For the past few months news articles about Portugal’s second largest city, Porto, have been written all over the world. From the newspaper Los Angeles Times, the American fashion magazine Harper’s Bazaar to the Australian newspaper Herald Sun, Porto has been highlighted for its natural beauty, magnificent monuments and great food.
The LA Times emphasizes that Porto is full of art, history and architecture and everyone must see at least 4 places:
São Bento Railway Station
“Visitors who travel to Porto by rail are rewarded with murals of 20,000 hand-painted tiles depicting naval battles and other historic scenes.”
Church of Saint Francis
“Every tour book highlights the 15th century Church of St. Francis and its altars, statues and other religious icons supposedly gilded with more than 400 pounds of gold.”
“This bookstore, rated third best in the world by Lonely Planet a few years ago, has a stunning stained-glass ceiling, a red-carpeted wooden staircase and a banister crafted in the Gothic style.”
“This 45-acre site, about a 15-minute taxi ride outside Porto’s historic district, attracts more than 300,000 visitors annually.”
Harper’s Bazaar talks about Porto in an article about the “10 underrated European destinations”, uncrowded cities that make a perfect European vacation.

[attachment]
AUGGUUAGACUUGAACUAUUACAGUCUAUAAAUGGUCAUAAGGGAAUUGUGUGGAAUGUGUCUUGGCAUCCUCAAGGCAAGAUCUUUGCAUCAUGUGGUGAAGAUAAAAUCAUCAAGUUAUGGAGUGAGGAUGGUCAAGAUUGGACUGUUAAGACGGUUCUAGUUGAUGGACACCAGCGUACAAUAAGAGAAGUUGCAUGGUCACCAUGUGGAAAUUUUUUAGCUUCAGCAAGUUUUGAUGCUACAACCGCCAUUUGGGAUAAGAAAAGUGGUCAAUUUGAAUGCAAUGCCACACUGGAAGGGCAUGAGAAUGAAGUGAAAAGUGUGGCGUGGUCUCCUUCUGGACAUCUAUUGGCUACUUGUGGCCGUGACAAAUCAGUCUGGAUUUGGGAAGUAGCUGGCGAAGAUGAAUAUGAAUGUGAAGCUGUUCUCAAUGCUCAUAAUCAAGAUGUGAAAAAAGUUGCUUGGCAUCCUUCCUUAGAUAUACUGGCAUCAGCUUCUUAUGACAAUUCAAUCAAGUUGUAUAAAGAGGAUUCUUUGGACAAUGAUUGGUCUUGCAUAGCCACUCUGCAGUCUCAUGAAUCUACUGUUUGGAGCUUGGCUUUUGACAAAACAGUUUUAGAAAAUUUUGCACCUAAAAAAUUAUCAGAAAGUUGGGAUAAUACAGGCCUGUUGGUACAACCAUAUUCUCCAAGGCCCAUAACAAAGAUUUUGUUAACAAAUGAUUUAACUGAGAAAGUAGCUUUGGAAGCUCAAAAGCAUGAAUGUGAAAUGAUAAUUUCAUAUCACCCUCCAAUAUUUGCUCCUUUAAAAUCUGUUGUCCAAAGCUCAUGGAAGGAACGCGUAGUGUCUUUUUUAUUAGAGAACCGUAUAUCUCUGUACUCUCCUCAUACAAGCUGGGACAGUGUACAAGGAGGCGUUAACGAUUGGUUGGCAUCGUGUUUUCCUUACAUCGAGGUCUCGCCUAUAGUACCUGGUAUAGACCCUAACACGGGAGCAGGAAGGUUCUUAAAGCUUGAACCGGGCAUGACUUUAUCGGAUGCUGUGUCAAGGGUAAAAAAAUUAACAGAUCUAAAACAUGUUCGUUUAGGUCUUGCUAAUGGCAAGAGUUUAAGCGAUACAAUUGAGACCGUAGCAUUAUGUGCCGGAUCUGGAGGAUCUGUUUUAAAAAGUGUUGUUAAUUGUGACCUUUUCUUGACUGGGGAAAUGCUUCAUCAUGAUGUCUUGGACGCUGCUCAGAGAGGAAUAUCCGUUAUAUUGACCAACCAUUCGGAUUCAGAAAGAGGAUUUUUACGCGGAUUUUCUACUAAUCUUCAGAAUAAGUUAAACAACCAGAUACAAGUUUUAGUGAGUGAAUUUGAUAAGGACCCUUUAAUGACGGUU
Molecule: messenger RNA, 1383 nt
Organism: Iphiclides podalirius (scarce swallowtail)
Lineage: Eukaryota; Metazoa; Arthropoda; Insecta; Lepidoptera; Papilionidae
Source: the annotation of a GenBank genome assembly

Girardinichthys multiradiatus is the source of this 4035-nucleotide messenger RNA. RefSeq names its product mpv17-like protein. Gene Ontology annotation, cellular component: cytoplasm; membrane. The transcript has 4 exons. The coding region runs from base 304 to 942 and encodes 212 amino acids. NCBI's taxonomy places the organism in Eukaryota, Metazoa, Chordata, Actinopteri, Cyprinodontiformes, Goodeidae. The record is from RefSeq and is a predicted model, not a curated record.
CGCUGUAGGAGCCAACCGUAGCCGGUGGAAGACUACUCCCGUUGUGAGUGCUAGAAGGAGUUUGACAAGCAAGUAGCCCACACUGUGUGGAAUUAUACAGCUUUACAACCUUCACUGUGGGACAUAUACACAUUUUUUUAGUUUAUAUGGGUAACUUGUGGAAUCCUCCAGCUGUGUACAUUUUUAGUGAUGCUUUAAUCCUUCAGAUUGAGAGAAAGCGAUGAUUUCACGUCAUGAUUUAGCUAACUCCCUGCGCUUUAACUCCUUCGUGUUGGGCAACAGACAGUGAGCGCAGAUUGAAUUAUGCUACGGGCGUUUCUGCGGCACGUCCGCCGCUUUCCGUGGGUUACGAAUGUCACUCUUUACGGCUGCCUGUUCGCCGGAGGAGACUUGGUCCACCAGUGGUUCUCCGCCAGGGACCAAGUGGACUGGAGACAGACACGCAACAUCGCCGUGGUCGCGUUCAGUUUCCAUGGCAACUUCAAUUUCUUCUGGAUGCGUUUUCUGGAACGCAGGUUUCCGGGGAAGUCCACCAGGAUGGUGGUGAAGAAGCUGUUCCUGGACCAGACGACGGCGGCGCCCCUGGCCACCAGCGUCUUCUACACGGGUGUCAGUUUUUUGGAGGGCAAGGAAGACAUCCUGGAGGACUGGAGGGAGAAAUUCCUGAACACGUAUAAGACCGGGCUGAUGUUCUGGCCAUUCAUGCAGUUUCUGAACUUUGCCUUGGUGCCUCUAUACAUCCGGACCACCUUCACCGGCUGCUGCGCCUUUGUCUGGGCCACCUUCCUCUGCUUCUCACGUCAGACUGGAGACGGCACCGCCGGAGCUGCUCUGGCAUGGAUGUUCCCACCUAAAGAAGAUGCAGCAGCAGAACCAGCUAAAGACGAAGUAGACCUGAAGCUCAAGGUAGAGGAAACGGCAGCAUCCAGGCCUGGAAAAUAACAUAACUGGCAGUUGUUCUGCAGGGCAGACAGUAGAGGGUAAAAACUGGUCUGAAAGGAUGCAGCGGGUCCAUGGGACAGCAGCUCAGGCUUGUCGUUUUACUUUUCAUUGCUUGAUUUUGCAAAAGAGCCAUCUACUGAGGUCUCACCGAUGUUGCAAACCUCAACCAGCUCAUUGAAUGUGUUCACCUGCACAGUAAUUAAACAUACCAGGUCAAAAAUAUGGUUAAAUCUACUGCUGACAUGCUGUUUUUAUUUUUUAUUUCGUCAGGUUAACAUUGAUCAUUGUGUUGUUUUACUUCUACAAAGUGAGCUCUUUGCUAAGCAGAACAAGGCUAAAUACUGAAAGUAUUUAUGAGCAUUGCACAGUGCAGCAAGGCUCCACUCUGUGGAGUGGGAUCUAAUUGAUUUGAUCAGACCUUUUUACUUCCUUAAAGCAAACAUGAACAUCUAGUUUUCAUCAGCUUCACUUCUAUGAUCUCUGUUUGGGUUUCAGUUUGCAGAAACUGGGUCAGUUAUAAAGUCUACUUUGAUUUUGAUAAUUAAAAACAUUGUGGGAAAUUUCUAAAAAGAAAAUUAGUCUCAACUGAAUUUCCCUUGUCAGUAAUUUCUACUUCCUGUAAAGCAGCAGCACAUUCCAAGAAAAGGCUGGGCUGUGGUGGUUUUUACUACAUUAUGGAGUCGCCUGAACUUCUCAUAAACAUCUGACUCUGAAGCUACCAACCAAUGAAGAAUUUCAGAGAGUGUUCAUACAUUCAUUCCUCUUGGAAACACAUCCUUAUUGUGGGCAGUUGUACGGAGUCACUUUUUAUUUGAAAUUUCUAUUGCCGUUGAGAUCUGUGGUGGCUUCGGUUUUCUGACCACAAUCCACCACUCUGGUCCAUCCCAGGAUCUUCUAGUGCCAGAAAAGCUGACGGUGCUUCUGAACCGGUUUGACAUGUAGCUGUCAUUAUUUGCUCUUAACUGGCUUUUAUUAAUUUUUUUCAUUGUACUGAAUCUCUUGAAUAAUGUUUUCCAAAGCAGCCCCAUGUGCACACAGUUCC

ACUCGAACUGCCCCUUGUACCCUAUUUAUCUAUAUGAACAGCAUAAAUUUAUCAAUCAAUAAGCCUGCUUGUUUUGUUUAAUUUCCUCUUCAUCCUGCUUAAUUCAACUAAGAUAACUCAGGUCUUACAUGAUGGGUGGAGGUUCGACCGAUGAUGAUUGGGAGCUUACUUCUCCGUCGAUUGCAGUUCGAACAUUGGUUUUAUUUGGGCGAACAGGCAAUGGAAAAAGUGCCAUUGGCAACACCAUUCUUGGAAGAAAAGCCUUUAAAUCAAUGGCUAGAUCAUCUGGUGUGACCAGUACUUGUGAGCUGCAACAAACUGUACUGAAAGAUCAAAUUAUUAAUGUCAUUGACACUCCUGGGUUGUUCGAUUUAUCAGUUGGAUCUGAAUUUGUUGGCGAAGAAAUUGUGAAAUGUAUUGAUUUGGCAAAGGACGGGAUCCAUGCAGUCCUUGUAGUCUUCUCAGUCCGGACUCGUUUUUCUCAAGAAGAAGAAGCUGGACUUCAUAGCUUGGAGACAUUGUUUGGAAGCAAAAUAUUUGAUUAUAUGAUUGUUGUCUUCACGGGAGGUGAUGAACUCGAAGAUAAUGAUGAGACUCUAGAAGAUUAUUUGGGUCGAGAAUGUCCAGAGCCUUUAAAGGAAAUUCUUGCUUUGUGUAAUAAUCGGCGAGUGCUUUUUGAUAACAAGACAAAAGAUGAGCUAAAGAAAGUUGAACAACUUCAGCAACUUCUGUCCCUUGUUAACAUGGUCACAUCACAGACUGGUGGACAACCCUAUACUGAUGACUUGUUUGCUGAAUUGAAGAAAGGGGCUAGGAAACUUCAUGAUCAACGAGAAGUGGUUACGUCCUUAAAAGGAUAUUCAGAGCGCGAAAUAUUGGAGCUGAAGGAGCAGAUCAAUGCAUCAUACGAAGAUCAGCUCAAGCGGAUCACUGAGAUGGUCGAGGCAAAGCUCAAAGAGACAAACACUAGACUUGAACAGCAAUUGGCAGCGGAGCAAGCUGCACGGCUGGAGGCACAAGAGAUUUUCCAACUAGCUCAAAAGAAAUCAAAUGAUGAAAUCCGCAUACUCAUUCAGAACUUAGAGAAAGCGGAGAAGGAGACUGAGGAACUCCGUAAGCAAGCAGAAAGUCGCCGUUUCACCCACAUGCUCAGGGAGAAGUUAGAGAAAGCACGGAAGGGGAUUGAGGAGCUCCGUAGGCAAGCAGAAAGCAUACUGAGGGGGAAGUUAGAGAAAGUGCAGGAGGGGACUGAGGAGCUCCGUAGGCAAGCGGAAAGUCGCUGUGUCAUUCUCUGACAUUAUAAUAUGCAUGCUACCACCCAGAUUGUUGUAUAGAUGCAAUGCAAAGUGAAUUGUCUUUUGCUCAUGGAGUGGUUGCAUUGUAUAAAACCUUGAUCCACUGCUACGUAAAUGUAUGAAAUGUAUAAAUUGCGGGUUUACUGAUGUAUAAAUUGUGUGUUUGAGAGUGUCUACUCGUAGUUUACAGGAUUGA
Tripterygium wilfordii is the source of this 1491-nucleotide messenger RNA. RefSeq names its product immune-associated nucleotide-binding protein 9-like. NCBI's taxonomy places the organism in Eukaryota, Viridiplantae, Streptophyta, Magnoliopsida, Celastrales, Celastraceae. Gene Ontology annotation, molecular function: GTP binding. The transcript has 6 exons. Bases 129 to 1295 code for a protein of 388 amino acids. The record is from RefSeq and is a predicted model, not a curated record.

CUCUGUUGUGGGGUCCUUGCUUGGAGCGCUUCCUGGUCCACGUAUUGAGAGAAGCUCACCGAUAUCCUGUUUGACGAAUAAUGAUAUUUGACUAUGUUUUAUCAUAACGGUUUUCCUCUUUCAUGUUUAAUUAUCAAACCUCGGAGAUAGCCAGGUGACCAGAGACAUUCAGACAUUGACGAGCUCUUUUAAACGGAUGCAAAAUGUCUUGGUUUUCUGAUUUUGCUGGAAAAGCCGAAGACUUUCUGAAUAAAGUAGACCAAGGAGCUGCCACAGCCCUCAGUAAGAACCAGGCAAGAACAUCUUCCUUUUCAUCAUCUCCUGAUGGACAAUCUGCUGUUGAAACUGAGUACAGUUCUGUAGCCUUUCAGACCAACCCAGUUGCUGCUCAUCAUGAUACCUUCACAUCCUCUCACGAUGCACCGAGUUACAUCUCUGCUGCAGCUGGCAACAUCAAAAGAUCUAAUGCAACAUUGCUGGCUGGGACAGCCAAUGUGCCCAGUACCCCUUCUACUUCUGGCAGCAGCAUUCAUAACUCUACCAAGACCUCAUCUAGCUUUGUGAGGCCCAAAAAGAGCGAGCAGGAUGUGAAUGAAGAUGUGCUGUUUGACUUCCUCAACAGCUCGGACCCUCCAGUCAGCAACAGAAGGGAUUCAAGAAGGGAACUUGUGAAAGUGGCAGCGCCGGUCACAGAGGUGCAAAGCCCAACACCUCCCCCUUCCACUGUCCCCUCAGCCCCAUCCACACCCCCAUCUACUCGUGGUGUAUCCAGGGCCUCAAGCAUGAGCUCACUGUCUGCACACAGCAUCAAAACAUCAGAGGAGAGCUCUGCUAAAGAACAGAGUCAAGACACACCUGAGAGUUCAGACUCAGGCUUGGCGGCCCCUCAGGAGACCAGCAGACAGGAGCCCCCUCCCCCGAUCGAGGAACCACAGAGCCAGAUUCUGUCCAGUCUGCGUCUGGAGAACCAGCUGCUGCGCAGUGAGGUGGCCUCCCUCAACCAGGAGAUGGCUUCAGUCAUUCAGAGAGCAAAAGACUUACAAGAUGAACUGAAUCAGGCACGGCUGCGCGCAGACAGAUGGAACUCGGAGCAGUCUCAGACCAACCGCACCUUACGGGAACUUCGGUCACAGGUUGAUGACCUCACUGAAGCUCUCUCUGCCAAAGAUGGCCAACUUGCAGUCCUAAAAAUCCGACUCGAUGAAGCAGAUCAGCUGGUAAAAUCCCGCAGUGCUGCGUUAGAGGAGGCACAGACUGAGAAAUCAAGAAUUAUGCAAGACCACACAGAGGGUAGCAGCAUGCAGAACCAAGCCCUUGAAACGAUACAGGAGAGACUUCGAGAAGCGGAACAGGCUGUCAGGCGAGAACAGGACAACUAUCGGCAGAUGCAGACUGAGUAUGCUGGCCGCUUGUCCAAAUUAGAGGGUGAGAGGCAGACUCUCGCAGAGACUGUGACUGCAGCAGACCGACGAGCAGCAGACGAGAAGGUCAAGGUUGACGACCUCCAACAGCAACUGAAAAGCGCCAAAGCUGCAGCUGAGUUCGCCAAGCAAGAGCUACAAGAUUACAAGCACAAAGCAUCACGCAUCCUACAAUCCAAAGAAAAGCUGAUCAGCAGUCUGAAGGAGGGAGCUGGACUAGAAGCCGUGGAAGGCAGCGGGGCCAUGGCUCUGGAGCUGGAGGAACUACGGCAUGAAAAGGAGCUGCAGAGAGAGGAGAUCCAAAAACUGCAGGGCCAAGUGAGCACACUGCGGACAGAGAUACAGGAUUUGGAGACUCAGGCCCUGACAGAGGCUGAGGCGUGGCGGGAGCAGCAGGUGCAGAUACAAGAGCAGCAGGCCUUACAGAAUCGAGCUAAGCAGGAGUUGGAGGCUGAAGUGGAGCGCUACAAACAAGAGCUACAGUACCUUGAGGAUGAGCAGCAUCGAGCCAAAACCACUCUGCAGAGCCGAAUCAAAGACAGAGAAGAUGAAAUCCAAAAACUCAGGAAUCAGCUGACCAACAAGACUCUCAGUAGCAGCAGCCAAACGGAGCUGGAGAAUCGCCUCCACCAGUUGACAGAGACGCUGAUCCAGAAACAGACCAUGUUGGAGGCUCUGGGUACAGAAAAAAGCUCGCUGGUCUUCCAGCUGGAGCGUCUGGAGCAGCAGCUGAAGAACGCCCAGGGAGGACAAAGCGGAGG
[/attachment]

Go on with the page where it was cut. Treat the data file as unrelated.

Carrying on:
“It’s hard not to fall in love with Portugal’s romantic second city, Porto. Located on the coast of the Rio Douro, the portside town is a melting pot of colors and architectural styles; from the pastel townhouses to the medieval bell towers, the extravagant baroque churches to the classical beaux-arts state buildings. Wine aficionados come here for the growing number of wine caves and cellars open for tastings, while music-lovers travel for the Primavera Sound festival every June.”
Herald Sun advises travellers to Porto not to pack tight clothes because it’s hard to walk in them after eating so much great food “pack plenty of elastic-waisted clothing because the food and wine are irresistible”. The Australian newspaper describes the city as “(…) an elegantly tarnished city with a rich history that dates back to the Romans. Its chipped wall tiles, peeling paint and rusty ironwork are part of its charm, and it is extremely charming. Its colorful Ribeira (meaning riverside) district is a UNESCO World Heritage Site”.